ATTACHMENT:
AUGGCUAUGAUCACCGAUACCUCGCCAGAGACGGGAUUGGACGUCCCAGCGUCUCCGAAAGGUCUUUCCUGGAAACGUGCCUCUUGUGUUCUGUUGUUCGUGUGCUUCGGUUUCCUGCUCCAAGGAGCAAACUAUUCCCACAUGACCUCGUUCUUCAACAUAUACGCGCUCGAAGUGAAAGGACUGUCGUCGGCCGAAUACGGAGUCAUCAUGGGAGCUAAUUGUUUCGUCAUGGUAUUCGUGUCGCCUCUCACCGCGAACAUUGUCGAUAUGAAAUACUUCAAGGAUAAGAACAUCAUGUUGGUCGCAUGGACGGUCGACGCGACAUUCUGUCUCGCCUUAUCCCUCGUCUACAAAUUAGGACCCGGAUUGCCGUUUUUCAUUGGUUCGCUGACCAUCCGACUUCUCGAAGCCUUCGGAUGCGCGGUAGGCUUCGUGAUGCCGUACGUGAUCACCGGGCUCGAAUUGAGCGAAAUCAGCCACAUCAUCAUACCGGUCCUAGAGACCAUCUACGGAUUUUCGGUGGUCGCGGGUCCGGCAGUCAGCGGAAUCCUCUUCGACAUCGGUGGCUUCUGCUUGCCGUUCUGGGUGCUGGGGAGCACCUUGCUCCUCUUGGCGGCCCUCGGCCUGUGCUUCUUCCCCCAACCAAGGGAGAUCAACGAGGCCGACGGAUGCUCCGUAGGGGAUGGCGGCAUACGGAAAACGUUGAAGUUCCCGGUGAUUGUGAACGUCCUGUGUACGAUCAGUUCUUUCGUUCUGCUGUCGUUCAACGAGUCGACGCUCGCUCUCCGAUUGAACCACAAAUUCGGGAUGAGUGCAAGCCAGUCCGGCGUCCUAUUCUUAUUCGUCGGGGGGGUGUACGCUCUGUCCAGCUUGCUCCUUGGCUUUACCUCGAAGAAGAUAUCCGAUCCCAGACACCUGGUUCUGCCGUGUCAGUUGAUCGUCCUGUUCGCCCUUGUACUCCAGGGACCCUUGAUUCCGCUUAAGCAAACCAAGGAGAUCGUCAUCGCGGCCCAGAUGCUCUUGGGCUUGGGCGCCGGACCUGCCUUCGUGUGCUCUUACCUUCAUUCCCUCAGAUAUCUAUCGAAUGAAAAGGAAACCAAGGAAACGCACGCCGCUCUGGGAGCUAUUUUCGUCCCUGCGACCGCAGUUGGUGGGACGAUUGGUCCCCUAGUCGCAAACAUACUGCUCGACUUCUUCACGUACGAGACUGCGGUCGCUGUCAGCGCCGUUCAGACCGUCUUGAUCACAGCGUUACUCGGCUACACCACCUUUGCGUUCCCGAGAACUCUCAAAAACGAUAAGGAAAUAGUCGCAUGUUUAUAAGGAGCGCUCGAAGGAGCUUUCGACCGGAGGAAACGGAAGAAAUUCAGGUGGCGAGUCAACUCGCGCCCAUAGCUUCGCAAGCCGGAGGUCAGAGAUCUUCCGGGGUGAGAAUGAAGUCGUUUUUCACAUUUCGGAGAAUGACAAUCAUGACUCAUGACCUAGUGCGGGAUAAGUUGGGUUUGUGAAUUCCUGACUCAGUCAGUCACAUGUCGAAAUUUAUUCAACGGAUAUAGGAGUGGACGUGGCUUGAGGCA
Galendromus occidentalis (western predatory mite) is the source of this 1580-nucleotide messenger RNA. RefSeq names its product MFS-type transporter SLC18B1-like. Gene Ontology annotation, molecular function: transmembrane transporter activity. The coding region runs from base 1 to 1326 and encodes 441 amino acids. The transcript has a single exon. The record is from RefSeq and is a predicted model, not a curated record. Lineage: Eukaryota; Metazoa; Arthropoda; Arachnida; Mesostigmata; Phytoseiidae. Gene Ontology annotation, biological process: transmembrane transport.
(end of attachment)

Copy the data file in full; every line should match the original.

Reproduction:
AUGGCUAUGAUCACCGAUACCUCGCCAGAGACGGGAUUGGACGUCCCAGCGUCUCCGAAAGGUCUUUCCUGGAAACGUGCCUCUUGUGUUCUGUUGUUCGUGUGCUUCGGUUUCCUGCUCCAAGGAGCAAACUAUUCCCACAUGACCUCGUUCUUCAACAUAUACGCGCUCGAAGUGAAAGGACUGUCGUCGGCCGAAUACGGAGUCAUCAUGGGAGCUAAUUGUUUCGUCAUGGUAUUCGUGUCGCCUCUCACCGCGAACAUUGUCGAUAUGAAAUACUUCAAGGAUAAGAACAUCAUGUUGGUCGCAUGGACGGUCGACGCGACAUUCUGUCUCGCCUUAUCCCUCGUCUACAAAUUAGGACCCGGAUUGCCGUUUUUCAUUGGUUCGCUGACCAUCCGACUUCUCGAAGCCUUCGGAUGCGCGGUAGGCUUCGUGAUGCCGUACGUGAUCACCGGGCUCGAAUUGAGCGAAAUCAGCCACAUCAUCAUACCGGUCCUAGAGACCAUCUACGGAUUUUCGGUGGUCGCGGGUCCGGCAGUCAGCGGAAUCCUCUUCGACAUCGGUGGCUUCUGCUUGCCGUUCUGGGUGCUGGGGAGCACCUUGCUCCUCUUGGCGGCCCUCGGCCUGUGCUUCUUCCCCCAACCAAGGGAGAUCAACGAGGCCGACGGAUGCUCCGUAGGGGAUGGCGGCAUACGGAAAACGUUGAAGUUCCCGGUGAUUGUGAACGUCCUGUGUACGAUCAGUUCUUUCGUUCUGCUGUCGUUCAACGAGUCGACGCUCGCUCUCCGAUUGAACCACAAAUUCGGGAUGAGUGCAAGCCAGUCCGGCGUCCUAUUCUUAUUCGUCGGGGGGGUGUACGCUCUGUCCAGCUUGCUCCUUGGCUUUACCUCGAAGAAGAUAUCCGAUCCCAGACACCUGGUUCUGCCGUGUCAGUUGAUCGUCCUGUUCGCCCUUGUACUCCAGGGACCCUUGAUUCCGCUUAAGCAAACCAAGGAGAUCGUCAUCGCGGCCCAGAUGCUCUUGGGCUUGGGCGCCGGACCUGCCUUCGUGUGCUCUUACCUUCAUUCCCUCAGAUAUCUAUCGAAUGAAAAGGAAACCAAGGAAACGCACGCCGCUCUGGGAGCUAUUUUCGUCCCUGCGACCGCAGUUGGUGGGACGAUUGGUCCCCUAGUCGCAAACAUACUGCUCGACUUCUUCACGUACGAGACUGCGGUCGCUGUCAGCGCCGUUCAGACCGUCUUGAUCACAGCGUUACUCGGCUACACCACCUUUGCGUUCCCGAGAACUCUCAAAAACGAUAAGGAAAUAGUCGCAUGUUUAUAAGGAGCGCUCGAAGGAGCUUUCGACCGGAGGAAACGGAAGAAAUUCAGGUGGCGAGUCAACUCGCGCCCAUAGCUUCGCAAGCCGGAGGUCAGAGAUCUUCCGGGGUGAGAAUGAAGUCGUUUUUCACAUUUCGGAGAAUGACAAUCAUGACUCAUGACCUAGUGCGGGAUAAGUUGGGUUUGUGAAUUCCUGACUCAGUCAGUCACAUGUCGAAAUUUAUUCAACGGAUAUAGGAGUGGACGUGGCUUGAGGCA
Galendromus occidentalis (western predatory mite) is the source of this 1580-nucleotide messenger RNA. RefSeq names its product MFS-type transporter SLC18B1-like. Gene Ontology annotation, molecular function: transmembrane transporter activity. The coding region runs from base 1 to 1326 and encodes 441 amino acids. The transcript has a single exon. The record is from RefSeq and is a predicted model, not a curated record. Lineage: Eukaryota; Metazoa; Arthropoda; Arachnida; Mesostigmata; Phytoseiidae. Gene Ontology annotation, biological process: transmembrane transport.